That’s what ESPN play by play commentator Dave Pasch actually said near the end of the February 17 UCLA-Oregon basketball game after he and fellow commentator Bill Walton had totally ignored the game to talk about extraneous things for two hours.
Bill Walton was the best basketball player I’ve ever seen in college. But as a basketball commentator, Walton is to basketball as water is to fire. He talks nonstop, apparently thinking he’s the reincarnation of Robin Williams, throwing one-liners here and there. He talks about everything but the game, and that is eminently annoying. The game is the thing. It’s horribly distracting to be watching a game and listening to an alleged “analyst” babbling nonstop about other things.
During the second half of a close, see-saw game between UCLA and USC on Super Bowl Saturday, Walton said that SC won 29 consecutive games on UCLA’s home court in the “’30s, ‘40s, and ‘50s,” told stories about Reggie and Cheryl Miller, and ribbed his announcer, Dave Pasch, rarely mentioning the game. That’s bad enough, but his statistics are dead wrong. USC actually won 39 consecutive games against UCLA, but that was between 1932 and 1943. He would have known that had he read my book, UCLA Basketball: The Real Story because this information is on page 3.
ESPN showed how little it cares about the games it televises…
But Walton really hit the low point in the history of televised sports when he was the commentator on ESPN’s telecast of the UCLA-Oregon game. He never stopped talking. Even though the game was another seesaw affair that went to overtime, and an important game for the Bruins, Walton went on stream of consciousness monologues snubbing the game upon which he was supposed to be commenting. Just a few of the topics covered by Walton while the players were running up and down the court included: the Hall of Fame, how much Kevin Durant loves his mother, players going to the John Wooden Camp, The Beach Boys, what was going on in the NBA, and former baseball announcer the late Bob Uecker. Even when it was a 3-point game with three minutes to go in regulation, he was instead expounding on Pete Maravich, who died in 1988.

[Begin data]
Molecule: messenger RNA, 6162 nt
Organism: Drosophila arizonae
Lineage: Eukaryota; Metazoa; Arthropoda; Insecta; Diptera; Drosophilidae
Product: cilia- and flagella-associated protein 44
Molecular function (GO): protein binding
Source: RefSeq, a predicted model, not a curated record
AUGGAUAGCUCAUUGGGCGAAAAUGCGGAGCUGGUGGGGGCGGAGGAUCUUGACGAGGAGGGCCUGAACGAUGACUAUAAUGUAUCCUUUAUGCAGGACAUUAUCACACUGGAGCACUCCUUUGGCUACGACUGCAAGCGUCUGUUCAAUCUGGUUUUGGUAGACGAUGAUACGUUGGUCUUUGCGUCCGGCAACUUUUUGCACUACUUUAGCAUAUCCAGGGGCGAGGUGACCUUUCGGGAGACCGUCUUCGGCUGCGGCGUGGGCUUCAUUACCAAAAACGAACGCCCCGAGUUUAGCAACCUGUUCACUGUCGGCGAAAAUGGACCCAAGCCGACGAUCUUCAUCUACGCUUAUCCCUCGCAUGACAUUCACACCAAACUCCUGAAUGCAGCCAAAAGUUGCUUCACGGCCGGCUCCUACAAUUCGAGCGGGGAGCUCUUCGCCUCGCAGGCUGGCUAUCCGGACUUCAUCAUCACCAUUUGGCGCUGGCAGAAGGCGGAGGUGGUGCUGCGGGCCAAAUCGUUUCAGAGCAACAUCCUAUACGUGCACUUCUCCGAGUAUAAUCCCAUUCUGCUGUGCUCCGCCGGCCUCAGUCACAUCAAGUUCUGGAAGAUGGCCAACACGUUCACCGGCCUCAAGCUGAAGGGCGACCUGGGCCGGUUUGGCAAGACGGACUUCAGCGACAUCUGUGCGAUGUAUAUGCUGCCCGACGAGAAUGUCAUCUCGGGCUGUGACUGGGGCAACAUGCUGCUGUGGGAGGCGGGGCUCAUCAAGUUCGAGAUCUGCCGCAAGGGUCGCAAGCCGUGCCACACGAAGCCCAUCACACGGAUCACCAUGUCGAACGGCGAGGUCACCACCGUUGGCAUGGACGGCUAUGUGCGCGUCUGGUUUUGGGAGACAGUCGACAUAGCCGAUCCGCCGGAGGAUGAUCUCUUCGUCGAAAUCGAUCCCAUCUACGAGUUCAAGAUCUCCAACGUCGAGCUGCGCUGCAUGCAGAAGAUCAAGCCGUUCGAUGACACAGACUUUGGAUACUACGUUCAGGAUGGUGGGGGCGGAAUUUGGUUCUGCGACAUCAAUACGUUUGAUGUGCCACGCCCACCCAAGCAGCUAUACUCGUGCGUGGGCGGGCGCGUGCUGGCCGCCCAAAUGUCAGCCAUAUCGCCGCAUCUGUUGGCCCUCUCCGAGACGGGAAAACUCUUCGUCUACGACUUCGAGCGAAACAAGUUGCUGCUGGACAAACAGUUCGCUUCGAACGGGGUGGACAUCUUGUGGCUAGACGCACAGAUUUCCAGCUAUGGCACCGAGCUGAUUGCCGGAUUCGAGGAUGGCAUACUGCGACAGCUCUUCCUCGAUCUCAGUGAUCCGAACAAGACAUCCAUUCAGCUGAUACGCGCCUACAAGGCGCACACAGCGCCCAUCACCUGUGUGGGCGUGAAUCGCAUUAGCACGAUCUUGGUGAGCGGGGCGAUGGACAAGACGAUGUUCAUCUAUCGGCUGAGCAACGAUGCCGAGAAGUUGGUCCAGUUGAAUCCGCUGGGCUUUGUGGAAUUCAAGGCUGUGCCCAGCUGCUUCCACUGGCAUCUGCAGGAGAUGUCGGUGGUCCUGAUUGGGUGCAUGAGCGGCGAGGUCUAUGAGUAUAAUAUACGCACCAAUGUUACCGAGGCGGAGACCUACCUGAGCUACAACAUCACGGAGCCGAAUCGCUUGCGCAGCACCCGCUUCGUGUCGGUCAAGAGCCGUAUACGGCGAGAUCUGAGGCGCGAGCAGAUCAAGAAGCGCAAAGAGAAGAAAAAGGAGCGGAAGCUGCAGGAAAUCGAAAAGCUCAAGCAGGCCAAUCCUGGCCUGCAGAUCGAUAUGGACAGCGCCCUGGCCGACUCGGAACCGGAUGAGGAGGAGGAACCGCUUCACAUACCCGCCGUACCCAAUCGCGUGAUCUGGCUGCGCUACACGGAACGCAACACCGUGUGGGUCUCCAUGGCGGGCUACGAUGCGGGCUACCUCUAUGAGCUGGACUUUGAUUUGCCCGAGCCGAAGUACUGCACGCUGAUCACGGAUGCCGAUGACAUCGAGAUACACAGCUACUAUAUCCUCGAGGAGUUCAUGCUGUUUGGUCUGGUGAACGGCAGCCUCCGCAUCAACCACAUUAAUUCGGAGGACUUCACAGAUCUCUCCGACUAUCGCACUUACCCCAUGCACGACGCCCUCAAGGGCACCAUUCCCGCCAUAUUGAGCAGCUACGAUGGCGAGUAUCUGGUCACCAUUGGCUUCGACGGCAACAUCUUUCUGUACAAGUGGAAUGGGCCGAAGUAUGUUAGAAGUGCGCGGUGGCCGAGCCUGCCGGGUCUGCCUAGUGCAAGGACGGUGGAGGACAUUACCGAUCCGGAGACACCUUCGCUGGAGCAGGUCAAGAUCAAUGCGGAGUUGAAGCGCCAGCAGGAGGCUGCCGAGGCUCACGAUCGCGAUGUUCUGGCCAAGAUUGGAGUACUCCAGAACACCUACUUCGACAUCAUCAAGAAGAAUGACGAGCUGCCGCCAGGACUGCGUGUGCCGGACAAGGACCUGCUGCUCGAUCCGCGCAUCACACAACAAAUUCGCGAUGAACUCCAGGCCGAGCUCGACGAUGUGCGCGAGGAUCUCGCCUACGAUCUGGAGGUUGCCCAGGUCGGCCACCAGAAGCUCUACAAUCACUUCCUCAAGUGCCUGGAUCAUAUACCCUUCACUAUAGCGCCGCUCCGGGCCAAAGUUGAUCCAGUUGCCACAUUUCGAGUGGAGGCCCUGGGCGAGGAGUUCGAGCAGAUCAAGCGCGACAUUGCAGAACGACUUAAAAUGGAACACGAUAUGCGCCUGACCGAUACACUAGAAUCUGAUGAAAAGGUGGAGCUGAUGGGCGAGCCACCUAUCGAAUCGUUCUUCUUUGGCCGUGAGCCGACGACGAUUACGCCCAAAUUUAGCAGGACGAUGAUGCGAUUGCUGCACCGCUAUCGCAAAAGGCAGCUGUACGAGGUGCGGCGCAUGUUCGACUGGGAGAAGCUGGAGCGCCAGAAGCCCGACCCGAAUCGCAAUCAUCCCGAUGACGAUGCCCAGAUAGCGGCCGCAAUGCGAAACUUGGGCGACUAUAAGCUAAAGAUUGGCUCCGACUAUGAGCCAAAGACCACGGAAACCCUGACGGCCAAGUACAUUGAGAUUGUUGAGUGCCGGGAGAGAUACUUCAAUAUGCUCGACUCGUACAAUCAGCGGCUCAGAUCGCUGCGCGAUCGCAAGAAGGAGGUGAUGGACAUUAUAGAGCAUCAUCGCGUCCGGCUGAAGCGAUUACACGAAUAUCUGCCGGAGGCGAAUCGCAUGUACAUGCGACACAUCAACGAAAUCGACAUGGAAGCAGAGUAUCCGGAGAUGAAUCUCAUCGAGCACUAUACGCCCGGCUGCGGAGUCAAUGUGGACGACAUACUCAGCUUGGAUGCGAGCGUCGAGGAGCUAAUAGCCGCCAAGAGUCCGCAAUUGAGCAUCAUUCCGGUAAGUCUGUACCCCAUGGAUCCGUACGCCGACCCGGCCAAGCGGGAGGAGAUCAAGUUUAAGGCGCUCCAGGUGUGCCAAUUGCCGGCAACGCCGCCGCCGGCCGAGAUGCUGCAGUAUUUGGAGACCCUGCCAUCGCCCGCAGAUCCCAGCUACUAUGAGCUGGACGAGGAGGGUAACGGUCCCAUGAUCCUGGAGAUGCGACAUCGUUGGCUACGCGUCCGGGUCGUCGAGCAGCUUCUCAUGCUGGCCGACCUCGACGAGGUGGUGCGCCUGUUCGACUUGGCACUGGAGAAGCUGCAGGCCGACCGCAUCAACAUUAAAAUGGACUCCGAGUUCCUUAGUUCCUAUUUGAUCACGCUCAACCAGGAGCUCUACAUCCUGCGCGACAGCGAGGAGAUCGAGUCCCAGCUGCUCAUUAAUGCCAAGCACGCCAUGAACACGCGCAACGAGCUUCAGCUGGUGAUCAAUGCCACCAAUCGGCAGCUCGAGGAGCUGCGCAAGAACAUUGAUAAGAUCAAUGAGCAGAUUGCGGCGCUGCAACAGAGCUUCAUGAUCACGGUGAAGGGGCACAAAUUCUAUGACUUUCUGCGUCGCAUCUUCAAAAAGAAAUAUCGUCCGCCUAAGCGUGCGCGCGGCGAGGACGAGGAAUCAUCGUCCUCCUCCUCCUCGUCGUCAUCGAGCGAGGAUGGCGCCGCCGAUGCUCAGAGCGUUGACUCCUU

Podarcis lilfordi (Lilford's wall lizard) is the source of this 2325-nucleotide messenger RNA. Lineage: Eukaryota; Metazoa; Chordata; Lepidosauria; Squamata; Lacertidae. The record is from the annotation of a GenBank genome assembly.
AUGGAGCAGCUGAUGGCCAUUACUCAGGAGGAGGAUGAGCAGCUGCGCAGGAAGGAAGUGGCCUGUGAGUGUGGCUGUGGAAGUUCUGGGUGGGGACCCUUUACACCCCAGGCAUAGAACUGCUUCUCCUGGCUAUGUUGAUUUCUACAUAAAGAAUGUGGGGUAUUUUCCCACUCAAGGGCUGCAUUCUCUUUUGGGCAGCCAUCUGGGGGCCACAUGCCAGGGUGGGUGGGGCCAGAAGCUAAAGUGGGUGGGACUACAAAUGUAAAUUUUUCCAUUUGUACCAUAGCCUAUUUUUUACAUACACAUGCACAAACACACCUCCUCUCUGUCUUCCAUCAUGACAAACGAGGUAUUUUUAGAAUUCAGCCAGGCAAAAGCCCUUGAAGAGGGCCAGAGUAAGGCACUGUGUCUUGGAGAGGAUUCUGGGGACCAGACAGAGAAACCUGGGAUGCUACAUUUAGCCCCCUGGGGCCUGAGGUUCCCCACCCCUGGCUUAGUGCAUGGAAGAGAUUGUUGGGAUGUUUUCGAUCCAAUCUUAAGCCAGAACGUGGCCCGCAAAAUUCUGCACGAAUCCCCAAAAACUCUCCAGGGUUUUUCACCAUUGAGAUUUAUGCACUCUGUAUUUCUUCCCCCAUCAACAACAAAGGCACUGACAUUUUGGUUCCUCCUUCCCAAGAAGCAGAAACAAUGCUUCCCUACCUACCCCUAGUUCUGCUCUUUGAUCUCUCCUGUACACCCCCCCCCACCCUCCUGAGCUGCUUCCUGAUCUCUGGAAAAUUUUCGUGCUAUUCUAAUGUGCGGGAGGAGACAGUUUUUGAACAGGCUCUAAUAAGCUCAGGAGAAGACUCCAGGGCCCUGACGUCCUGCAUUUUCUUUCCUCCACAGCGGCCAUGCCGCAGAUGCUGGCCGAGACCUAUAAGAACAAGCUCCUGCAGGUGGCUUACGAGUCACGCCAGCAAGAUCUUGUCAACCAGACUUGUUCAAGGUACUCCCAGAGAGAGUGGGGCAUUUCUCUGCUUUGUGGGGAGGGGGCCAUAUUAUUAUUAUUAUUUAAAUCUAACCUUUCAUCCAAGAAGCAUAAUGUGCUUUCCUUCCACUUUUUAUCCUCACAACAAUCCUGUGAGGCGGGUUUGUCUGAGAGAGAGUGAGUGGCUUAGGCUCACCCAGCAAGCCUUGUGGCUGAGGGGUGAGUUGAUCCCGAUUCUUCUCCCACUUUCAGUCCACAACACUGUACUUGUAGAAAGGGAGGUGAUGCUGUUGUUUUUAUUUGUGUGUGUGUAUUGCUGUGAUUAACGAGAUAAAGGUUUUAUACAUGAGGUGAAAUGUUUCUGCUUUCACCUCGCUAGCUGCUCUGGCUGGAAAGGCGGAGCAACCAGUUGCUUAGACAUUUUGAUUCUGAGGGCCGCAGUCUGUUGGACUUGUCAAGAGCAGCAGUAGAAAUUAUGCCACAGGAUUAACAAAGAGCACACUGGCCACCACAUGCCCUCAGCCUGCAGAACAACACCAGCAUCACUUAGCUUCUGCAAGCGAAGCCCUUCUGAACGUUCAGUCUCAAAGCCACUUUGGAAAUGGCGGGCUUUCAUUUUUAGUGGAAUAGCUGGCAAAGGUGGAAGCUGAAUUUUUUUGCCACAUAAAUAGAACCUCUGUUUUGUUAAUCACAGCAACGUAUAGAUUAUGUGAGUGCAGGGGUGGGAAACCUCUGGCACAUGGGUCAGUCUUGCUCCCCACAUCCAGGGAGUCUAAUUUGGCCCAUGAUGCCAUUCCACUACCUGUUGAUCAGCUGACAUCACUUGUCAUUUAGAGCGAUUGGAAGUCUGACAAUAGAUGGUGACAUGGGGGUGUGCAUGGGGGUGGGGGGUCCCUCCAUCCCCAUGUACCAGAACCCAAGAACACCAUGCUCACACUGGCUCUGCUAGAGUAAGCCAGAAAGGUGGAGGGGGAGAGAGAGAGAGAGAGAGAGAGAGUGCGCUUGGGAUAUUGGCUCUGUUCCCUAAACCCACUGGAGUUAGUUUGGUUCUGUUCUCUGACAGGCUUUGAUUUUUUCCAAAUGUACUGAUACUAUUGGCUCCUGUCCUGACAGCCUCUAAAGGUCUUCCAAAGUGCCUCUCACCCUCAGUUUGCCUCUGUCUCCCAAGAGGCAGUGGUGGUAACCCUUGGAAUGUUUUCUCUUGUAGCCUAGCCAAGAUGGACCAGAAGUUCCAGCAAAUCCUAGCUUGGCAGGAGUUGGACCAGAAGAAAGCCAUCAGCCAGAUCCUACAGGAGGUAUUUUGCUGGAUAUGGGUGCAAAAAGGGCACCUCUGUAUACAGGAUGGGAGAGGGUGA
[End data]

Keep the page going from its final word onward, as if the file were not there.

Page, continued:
With five minutes to go and a 4-point differential, the equally clueless Pasch asked Walton what he thought of “one and done,” forget the tight game. With Oregon leading 66-62 with 3:32 left, Walton said, “They were on the ropes here. What was their deficit?” Had he been watching the game instead mouthing off about nonsense, he would have known what the deficit had been. That’s what he’s there for!
At 2:46, with the score 66-64, an Oregon player missed the first foul shot of a 1 and 1 (which cost them the game since regulation ended in a tie) and neither announcer mentioned it! Instead, Walton thought it more important to mention how many NCAA titles UCLA has.
ESPN showed how little it cares about the games it televises in this broadcast, also. For 15 minutes, while the game was being played, they went to a split screen showing Walton and Pasch interviewing Kevin Love, totally disregarding the game that was shown on the other half of the split screen.
This should be a felony punishable by banning ESPN from ever televising another sporting event. If they want to interview Kevin Love, do it at halftime or after the game, not while the game is being played.
If Bill Walton wants to be a standup comedian, he should have his own show or go to a comedy club. But if he’s going to be a commentator on a basketball game, he should limit his comments to the game he’s broadcasting.
One of the reasons Hubie Brown and John McEnroe are so effective is that they comment on the game as it’s being played and eschew comments about superfluous matters. When I have heard Walton in the past analyze the game being played, he is quite intuitive.
Tony Medley is the author of three books including “UCLA Basketball: The Real Story,” the first book written on UCLA basketball. Visit TonyMedley.com.